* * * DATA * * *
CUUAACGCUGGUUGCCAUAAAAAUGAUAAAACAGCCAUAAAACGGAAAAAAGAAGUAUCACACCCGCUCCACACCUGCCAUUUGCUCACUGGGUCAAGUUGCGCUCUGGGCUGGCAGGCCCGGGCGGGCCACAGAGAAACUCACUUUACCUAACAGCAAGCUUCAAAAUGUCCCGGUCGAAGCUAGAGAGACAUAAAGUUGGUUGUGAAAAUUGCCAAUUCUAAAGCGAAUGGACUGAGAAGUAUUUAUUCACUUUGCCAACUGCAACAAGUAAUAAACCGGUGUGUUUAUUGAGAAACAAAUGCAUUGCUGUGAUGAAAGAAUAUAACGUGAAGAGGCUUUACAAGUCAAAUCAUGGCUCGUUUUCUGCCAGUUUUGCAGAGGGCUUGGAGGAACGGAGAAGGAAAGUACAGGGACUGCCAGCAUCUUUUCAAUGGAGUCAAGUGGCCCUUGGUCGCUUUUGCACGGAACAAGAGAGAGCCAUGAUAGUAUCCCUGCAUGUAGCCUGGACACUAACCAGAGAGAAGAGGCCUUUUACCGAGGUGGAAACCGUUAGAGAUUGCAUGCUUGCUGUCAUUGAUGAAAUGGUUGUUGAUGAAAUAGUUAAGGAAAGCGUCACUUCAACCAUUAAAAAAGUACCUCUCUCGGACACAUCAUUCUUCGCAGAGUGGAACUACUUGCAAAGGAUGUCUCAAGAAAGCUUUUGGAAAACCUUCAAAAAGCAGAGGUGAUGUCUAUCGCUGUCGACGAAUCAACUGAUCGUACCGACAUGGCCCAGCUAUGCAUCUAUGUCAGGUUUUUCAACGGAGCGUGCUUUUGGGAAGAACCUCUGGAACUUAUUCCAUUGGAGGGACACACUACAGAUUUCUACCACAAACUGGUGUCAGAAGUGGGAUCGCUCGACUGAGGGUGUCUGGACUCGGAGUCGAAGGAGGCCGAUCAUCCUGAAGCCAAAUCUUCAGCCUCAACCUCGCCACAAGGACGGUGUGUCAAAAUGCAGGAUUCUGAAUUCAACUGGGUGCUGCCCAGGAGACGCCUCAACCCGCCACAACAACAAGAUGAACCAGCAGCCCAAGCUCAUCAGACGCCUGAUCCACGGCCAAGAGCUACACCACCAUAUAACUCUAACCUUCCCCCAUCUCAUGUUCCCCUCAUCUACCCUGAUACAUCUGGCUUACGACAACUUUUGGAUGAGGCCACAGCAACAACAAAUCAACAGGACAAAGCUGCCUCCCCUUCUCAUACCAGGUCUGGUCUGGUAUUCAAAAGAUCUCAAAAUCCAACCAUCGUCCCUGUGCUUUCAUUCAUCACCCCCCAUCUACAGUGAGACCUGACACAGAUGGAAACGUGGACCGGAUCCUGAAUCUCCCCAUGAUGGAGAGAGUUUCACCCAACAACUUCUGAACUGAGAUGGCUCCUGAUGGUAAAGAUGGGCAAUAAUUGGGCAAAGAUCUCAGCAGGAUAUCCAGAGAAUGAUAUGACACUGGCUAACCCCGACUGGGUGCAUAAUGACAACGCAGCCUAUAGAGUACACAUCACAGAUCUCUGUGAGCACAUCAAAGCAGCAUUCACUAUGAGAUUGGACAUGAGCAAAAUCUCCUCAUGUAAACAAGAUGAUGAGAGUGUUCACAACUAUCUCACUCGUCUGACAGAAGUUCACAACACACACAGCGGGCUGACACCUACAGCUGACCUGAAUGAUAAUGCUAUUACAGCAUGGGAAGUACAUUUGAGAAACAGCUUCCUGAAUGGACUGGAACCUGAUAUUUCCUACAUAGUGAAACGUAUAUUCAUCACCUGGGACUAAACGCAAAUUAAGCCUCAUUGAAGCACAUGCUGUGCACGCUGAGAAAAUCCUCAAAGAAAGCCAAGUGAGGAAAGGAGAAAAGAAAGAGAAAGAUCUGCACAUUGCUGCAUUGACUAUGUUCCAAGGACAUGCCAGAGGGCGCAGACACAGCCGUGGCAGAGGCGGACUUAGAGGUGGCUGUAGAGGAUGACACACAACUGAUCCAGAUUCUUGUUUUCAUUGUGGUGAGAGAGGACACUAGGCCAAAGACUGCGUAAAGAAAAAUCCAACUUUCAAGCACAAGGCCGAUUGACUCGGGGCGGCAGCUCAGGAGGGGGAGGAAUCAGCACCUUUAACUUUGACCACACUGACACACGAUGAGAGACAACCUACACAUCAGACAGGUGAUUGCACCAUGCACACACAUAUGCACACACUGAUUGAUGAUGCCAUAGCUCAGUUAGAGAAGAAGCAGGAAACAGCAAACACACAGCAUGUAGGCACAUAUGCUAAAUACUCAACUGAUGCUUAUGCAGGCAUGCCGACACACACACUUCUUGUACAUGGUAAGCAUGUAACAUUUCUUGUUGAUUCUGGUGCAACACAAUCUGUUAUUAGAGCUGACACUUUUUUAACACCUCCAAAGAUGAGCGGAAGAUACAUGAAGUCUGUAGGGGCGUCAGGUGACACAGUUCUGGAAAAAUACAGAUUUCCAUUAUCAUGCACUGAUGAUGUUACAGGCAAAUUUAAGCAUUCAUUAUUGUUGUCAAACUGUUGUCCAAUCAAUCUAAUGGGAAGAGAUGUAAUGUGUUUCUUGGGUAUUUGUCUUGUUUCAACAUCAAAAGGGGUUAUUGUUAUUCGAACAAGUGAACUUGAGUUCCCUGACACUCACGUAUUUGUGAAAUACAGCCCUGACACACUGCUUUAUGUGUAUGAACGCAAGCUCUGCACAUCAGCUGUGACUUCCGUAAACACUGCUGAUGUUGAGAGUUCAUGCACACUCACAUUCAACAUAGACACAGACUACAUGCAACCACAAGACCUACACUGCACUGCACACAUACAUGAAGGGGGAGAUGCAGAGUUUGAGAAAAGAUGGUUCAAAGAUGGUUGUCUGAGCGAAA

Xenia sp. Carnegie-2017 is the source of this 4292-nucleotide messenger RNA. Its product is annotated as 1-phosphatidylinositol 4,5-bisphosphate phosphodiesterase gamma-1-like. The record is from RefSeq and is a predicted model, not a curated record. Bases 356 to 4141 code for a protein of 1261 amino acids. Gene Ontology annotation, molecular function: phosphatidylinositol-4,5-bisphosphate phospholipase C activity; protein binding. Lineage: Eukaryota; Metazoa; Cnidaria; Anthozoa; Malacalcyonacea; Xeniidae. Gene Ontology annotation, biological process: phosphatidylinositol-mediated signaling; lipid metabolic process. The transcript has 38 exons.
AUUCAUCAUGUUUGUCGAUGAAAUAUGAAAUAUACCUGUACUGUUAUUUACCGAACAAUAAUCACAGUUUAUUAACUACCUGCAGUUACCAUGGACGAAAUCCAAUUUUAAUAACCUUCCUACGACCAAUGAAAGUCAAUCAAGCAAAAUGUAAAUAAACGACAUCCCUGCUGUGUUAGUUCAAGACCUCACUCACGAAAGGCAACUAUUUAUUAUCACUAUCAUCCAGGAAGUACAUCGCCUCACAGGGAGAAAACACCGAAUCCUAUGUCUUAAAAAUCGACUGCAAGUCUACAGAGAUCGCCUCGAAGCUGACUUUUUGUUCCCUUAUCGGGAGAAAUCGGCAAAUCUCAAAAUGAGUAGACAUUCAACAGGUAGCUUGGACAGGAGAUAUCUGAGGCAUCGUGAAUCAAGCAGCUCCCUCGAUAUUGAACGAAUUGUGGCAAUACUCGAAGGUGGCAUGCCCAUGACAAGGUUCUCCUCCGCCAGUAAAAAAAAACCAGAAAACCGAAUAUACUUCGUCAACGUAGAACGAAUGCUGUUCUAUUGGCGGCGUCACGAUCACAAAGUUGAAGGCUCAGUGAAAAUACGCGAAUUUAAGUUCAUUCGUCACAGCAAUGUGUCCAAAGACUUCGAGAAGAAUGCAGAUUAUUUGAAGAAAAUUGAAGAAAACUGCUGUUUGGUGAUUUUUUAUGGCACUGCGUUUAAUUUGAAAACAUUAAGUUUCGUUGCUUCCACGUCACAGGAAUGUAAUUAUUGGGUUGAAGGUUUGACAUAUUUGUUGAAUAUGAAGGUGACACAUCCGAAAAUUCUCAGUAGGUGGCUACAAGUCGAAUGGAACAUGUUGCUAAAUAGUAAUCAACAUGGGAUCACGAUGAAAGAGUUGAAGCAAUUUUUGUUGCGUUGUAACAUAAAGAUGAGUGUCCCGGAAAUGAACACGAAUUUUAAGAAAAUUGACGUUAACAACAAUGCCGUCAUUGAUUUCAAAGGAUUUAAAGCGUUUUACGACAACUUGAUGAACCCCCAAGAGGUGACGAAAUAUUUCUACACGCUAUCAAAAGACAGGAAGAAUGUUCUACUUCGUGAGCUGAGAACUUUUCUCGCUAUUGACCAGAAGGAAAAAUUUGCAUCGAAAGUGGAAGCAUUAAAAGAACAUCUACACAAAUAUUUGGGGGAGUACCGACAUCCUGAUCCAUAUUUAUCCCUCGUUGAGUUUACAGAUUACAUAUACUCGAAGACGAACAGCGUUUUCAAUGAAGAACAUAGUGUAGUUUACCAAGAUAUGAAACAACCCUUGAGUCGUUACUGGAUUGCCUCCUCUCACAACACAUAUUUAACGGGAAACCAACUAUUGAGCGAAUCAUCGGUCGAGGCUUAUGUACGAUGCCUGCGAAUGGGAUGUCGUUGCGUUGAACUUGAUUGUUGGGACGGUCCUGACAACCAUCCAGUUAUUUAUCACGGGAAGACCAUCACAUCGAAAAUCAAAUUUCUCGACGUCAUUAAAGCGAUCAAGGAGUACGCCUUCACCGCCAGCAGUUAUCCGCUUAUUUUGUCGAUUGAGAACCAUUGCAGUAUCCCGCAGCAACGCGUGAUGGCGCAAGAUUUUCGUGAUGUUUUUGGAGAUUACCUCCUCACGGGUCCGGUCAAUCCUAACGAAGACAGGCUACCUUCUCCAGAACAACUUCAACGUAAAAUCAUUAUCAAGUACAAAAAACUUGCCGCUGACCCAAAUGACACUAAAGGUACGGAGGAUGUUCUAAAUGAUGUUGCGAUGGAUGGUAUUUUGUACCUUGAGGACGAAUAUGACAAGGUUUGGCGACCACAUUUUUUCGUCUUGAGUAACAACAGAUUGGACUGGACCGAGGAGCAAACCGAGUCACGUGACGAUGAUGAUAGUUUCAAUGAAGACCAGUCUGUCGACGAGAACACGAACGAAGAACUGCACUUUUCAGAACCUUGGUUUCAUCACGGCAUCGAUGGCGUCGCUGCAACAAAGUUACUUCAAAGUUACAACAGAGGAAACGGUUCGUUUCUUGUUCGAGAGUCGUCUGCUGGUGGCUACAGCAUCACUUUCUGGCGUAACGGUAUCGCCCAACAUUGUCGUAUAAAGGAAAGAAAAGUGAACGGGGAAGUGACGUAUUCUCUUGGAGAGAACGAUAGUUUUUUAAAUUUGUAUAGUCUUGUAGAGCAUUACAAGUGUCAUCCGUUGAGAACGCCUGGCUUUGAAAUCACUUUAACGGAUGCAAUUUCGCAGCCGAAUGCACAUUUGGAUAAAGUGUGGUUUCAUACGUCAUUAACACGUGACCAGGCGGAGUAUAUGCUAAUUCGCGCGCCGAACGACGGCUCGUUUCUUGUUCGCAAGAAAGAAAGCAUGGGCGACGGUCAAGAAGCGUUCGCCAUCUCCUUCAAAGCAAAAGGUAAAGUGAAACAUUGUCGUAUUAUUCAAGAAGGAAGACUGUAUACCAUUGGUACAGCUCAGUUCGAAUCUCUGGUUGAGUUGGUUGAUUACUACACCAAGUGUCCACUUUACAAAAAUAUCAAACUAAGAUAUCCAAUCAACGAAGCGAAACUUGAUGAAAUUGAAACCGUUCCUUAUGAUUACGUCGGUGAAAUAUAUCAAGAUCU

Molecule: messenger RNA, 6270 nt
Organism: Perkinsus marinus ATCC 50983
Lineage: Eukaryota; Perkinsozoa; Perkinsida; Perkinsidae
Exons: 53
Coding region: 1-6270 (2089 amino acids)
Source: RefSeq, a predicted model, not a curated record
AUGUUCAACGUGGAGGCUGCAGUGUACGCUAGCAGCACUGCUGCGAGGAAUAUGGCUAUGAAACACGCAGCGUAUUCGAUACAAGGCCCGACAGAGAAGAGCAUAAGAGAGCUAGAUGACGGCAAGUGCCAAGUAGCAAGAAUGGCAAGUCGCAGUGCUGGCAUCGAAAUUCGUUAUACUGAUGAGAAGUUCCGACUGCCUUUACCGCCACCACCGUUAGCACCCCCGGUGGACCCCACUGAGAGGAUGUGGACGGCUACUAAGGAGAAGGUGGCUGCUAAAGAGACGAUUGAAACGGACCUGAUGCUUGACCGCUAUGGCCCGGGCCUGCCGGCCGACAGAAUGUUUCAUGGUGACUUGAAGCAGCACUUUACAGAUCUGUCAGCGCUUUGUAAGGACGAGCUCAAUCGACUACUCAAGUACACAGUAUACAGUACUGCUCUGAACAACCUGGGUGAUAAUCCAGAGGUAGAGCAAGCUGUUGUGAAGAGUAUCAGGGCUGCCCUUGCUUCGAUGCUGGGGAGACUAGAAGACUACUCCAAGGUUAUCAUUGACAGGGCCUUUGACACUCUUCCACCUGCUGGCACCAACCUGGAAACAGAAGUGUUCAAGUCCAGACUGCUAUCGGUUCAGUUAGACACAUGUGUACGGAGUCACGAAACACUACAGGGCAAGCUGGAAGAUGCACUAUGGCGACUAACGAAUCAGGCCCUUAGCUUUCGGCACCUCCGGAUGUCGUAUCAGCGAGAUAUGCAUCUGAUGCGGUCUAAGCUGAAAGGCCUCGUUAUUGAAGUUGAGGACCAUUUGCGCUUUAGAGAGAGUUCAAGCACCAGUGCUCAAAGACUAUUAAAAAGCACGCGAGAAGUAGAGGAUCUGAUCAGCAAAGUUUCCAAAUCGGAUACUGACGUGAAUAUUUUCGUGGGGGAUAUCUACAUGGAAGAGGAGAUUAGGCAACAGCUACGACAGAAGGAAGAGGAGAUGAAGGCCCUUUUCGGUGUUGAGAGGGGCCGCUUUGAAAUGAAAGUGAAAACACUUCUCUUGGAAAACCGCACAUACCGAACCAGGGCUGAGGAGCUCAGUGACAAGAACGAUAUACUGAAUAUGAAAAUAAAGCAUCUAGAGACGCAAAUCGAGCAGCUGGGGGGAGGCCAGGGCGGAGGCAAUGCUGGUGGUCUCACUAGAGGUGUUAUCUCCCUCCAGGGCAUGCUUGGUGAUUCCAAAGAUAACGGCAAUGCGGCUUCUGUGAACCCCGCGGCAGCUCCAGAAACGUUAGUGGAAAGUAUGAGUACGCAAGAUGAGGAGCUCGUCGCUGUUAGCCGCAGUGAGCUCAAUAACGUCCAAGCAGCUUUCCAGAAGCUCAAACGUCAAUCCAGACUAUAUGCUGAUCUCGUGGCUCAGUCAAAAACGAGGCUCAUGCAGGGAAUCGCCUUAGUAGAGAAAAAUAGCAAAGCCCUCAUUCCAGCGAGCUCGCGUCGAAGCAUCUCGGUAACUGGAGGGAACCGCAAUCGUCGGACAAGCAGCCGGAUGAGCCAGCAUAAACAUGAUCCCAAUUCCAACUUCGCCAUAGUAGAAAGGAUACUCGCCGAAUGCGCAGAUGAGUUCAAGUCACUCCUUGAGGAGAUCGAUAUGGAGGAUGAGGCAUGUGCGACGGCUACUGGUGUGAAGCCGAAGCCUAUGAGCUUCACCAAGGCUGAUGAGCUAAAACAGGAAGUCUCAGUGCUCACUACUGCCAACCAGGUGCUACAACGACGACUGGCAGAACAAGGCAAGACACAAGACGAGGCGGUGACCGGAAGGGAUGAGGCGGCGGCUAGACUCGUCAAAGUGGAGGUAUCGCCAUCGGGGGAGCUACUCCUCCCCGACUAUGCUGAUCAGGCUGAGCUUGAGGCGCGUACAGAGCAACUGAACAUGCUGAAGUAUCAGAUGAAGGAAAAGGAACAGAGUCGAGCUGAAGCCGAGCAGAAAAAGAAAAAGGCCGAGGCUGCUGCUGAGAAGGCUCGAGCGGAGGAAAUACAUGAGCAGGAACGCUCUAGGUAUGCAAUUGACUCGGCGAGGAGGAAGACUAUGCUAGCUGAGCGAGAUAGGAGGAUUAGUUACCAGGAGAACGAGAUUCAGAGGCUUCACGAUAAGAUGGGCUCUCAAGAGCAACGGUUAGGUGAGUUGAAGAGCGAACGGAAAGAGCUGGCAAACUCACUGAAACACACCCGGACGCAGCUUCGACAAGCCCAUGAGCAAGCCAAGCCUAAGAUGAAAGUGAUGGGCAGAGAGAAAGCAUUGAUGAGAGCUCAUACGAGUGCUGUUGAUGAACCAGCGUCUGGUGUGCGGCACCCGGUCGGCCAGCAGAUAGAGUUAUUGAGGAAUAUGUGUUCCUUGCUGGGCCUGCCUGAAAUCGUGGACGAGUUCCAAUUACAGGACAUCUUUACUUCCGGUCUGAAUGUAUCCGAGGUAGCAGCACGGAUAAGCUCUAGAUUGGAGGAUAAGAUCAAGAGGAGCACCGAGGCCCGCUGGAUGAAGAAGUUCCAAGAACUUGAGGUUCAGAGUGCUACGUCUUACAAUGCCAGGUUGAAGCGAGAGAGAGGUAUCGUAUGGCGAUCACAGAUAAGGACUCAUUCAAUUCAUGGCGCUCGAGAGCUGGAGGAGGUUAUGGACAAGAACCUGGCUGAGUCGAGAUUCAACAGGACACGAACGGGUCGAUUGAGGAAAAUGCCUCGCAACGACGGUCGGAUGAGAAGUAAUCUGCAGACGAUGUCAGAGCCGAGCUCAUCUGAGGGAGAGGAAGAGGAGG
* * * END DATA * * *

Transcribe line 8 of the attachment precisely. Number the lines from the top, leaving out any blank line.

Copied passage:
Coding region: 1-6270 (2089 amino acids)